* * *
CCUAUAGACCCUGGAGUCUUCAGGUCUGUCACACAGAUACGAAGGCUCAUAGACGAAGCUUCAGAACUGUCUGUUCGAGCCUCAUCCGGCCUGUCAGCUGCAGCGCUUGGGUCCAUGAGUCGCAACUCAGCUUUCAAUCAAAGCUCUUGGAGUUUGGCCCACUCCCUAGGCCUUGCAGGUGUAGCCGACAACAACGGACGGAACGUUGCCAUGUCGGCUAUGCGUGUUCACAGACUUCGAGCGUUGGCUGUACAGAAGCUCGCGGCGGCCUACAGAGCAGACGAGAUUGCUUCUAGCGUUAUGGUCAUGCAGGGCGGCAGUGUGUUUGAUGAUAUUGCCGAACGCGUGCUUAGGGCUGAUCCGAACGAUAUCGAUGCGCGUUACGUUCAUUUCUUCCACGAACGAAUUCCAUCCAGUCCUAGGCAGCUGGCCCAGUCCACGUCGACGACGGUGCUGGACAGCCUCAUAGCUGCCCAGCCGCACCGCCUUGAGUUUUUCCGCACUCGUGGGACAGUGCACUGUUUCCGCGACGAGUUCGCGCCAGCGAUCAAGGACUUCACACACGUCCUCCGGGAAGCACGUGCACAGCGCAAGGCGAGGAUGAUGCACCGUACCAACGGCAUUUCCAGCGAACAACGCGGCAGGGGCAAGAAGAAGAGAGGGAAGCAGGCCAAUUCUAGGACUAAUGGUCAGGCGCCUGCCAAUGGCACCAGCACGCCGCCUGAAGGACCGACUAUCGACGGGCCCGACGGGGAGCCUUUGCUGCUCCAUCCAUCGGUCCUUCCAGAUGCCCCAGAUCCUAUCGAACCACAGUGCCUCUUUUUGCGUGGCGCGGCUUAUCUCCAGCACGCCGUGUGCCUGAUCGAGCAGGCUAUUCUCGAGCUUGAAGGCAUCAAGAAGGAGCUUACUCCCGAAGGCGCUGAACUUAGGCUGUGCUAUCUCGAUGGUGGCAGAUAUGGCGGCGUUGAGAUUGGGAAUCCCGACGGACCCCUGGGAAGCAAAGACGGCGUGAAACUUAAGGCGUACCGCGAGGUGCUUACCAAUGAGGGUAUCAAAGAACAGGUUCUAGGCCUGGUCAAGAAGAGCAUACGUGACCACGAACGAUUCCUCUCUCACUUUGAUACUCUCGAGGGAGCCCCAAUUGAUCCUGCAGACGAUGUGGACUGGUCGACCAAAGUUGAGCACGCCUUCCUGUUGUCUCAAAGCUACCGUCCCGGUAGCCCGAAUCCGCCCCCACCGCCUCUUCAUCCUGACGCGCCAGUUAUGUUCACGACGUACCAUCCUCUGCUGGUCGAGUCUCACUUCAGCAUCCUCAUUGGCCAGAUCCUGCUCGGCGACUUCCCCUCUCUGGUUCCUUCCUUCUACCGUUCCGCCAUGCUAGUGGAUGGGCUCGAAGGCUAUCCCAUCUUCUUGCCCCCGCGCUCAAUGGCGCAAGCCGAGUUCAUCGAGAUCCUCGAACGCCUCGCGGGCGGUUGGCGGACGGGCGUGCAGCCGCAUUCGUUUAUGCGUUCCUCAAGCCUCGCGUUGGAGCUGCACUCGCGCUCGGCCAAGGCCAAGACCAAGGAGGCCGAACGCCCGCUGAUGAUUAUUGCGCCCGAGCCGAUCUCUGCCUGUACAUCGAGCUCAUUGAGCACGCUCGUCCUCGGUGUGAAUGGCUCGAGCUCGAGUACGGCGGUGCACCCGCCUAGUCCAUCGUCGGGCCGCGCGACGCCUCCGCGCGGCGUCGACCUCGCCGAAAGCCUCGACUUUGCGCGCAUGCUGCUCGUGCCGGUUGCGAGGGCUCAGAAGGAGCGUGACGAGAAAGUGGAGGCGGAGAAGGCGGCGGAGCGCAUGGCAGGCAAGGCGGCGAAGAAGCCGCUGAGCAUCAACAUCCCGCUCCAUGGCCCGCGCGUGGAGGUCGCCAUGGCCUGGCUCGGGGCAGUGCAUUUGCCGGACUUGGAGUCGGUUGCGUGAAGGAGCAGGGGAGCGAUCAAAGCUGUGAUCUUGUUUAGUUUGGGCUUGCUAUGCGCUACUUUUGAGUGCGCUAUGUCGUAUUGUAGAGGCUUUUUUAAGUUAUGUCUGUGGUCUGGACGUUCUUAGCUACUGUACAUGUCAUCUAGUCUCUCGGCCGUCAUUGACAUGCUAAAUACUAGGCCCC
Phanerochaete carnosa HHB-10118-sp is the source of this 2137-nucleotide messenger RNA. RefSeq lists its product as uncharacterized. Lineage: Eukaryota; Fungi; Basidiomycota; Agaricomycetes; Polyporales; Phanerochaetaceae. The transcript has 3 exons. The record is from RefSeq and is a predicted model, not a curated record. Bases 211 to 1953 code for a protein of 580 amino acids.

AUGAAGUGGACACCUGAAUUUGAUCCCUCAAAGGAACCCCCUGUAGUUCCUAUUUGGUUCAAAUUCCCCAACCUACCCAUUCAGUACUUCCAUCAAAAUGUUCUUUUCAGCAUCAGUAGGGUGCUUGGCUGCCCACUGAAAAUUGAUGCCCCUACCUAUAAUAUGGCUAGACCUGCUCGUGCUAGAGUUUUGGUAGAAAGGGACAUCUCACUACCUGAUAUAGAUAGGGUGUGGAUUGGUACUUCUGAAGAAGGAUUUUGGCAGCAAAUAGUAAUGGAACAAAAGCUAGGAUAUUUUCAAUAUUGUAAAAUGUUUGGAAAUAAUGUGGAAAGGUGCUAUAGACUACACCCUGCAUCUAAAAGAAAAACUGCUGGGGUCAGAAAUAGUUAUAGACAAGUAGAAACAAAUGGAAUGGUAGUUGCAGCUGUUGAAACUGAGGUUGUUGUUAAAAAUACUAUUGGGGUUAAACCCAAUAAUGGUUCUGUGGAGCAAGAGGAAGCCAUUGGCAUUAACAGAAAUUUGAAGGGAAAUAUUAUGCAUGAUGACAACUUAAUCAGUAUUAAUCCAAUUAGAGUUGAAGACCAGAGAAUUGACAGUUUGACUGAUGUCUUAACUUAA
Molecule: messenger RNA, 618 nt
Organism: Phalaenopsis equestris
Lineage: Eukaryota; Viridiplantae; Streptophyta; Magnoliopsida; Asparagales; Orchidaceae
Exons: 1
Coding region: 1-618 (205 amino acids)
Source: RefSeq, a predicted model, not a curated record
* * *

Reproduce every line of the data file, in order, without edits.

CCUAUAGACCCUGGAGUCUUCAGGUCUGUCACACAGAUACGAAGGCUCAUAGACGAAGCUUCAGAACUGUCUGUUCGAGCCUCAUCCGGCCUGUCAGCUGCAGCGCUUGGGUCCAUGAGUCGCAACUCAGCUUUCAAUCAAAGCUCUUGGAGUUUGGCCCACUCCCUAGGCCUUGCAGGUGUAGCCGACAACAACGGACGGAACGUUGCCAUGUCGGCUAUGCGUGUUCACAGACUUCGAGCGUUGGCUGUACAGAAGCUCGCGGCGGCCUACAGAGCAGACGAGAUUGCUUCUAGCGUUAUGGUCAUGCAGGGCGGCAGUGUGUUUGAUGAUAUUGCCGAACGCGUGCUUAGGGCUGAUCCGAACGAUAUCGAUGCGCGUUACGUUCAUUUCUUCCACGAACGAAUUCCAUCCAGUCCUAGGCAGCUGGCCCAGUCCACGUCGACGACGGUGCUGGACAGCCUCAUAGCUGCCCAGCCGCACCGCCUUGAGUUUUUCCGCACUCGUGGGACAGUGCACUGUUUCCGCGACGAGUUCGCGCCAGCGAUCAAGGACUUCACACACGUCCUCCGGGAAGCACGUGCACAGCGCAAGGCGAGGAUGAUGCACCGUACCAACGGCAUUUCCAGCGAACAACGCGGCAGGGGCAAGAAGAAGAGAGGGAAGCAGGCCAAUUCUAGGACUAAUGGUCAGGCGCCUGCCAAUGGCACCAGCACGCCGCCUGAAGGACCGACUAUCGACGGGCCCGACGGGGAGCCUUUGCUGCUCCAUCCAUCGGUCCUUCCAGAUGCCCCAGAUCCUAUCGAACCACAGUGCCUCUUUUUGCGUGGCGCGGCUUAUCUCCAGCACGCCGUGUGCCUGAUCGAGCAGGCUAUUCUCGAGCUUGAAGGCAUCAAGAAGGAGCUUACUCCCGAAGGCGCUGAACUUAGGCUGUGCUAUCUCGAUGGUGGCAGAUAUGGCGGCGUUGAGAUUGGGAAUCCCGACGGACCCCUGGGAAGCAAAGACGGCGUGAAACUUAAGGCGUACCGCGAGGUGCUUACCAAUGAGGGUAUCAAAGAACAGGUUCUAGGCCUGGUCAAGAAGAGCAUACGUGACCACGAACGAUUCCUCUCUCACUUUGAUACUCUCGAGGGAGCCCCAAUUGAUCCUGCAGACGAUGUGGACUGGUCGACCAAAGUUGAGCACGCCUUCCUGUUGUCUCAAAGCUACCGUCCCGGUAGCCCGAAUCCGCCCCCACCGCCUCUUCAUCCUGACGCGCCAGUUAUGUUCACGACGUACCAUCCUCUGCUGGUCGAGUCUCACUUCAGCAUCCUCAUUGGCCAGAUCCUGCUCGGCGACUUCCCCUCUCUGGUUCCUUCCUUCUACCGUUCCGCCAUGCUAGUGGAUGGGCUCGAAGGCUAUCCCAUCUUCUUGCCCCCGCGCUCAAUGGCGCAAGCCGAGUUCAUCGAGAUCCUCGAACGCCUCGCGGGCGGUUGGCGGACGGGCGUGCAGCCGCAUUCGUUUAUGCGUUCCUCAAGCCUCGCGUUGGAGCUGCACUCGCGCUCGGCCAAGGCCAAGACCAAGGAGGCCGAACGCCCGCUGAUGAUUAUUGCGCCCGAGCCGAUCUCUGCCUGUACAUCGAGCUCAUUGAGCACGCUCGUCCUCGGUGUGAAUGGCUCGAGCUCGAGUACGGCGGUGCACCCGCCUAGUCCAUCGUCGGGCCGCGCGACGCCUCCGCGCGGCGUCGACCUCGCCGAAAGCCUCGACUUUGCGCGCAUGCUGCUCGUGCCGGUUGCGAGGGCUCAGAAGGAGCGUGACGAGAAAGUGGAGGCGGAGAAGGCGGCGGAGCGCAUGGCAGGCAAGGCGGCGAAGAAGCCGCUGAGCAUCAACAUCCCGCUCCAUGGCCCGCGCGUGGAGGUCGCCAUGGCCUGGCUCGGGGCAGUGCAUUUGCCGGACUUGGAGUCGGUUGCGUGAAGGAGCAGGGGAGCGAUCAAAGCUGUGAUCUUGUUUAGUUUGGGCUUGCUAUGCGCUACUUUUGAGUGCGCUAUGUCGUAUUGUAGAGGCUUUUUUAAGUUAUGUCUGUGGUCUGGACGUUCUUAGCUACUGUACAUGUCAUCUAGUCUCUCGGCCGUCAUUGACAUGCUAAAUACUAGGCCCC
Phanerochaete carnosa HHB-10118-sp is the source of this 2137-nucleotide messenger RNA. RefSeq lists its product as uncharacterized. Lineage: Eukaryota; Fungi; Basidiomycota; Agaricomycetes; Polyporales; Phanerochaetaceae. The transcript has 3 exons. The record is from RefSeq and is a predicted model, not a curated record. Bases 211 to 1953 code for a protein of 580 amino acids.

AUGAAGUGGACACCUGAAUUUGAUCCCUCAAAGGAACCCCCUGUAGUUCCUAUUUGGUUCAAAUUCCCCAACCUACCCAUUCAGUACUUCCAUCAAAAUGUUCUUUUCAGCAUCAGUAGGGUGCUUGGCUGCCCACUGAAAAUUGAUGCCCCUACCUAUAAUAUGGCUAGACCUGCUCGUGCUAGAGUUUUGGUAGAAAGGGACAUCUCACUACCUGAUAUAGAUAGGGUGUGGAUUGGUACUUCUGAAGAAGGAUUUUGGCAGCAAAUAGUAAUGGAACAAAAGCUAGGAUAUUUUCAAUAUUGUAAAAUGUUUGGAAAUAAUGUGGAAAGGUGCUAUAGACUACACCCUGCAUCUAAAAGAAAAACUGCUGGGGUCAGAAAUAGUUAUAGACAAGUAGAAACAAAUGGAAUGGUAGUUGCAGCUGUUGAAACUGAGGUUGUUGUUAAAAAUACUAUUGGGGUUAAACCCAAUAAUGGUUCUGUGGAGCAAGAGGAAGCCAUUGGCAUUAACAGAAAUUUGAAGGGAAAUAUUAUGCAUGAUGACAACUUAAUCAGUAUUAAUCCAAUUAGAGUUGAAGACCAGAGAAUUGACAGUUUGACUGAUGUCUUAACUUAA
Molecule: messenger RNA, 618 nt
Organism: Phalaenopsis equestris
Lineage: Eukaryota; Viridiplantae; Streptophyta; Magnoliopsida; Asparagales; Orchidaceae
Exons: 1
Coding region: 1-618 (205 amino acids)
Source: RefSeq, a predicted model, not a curated record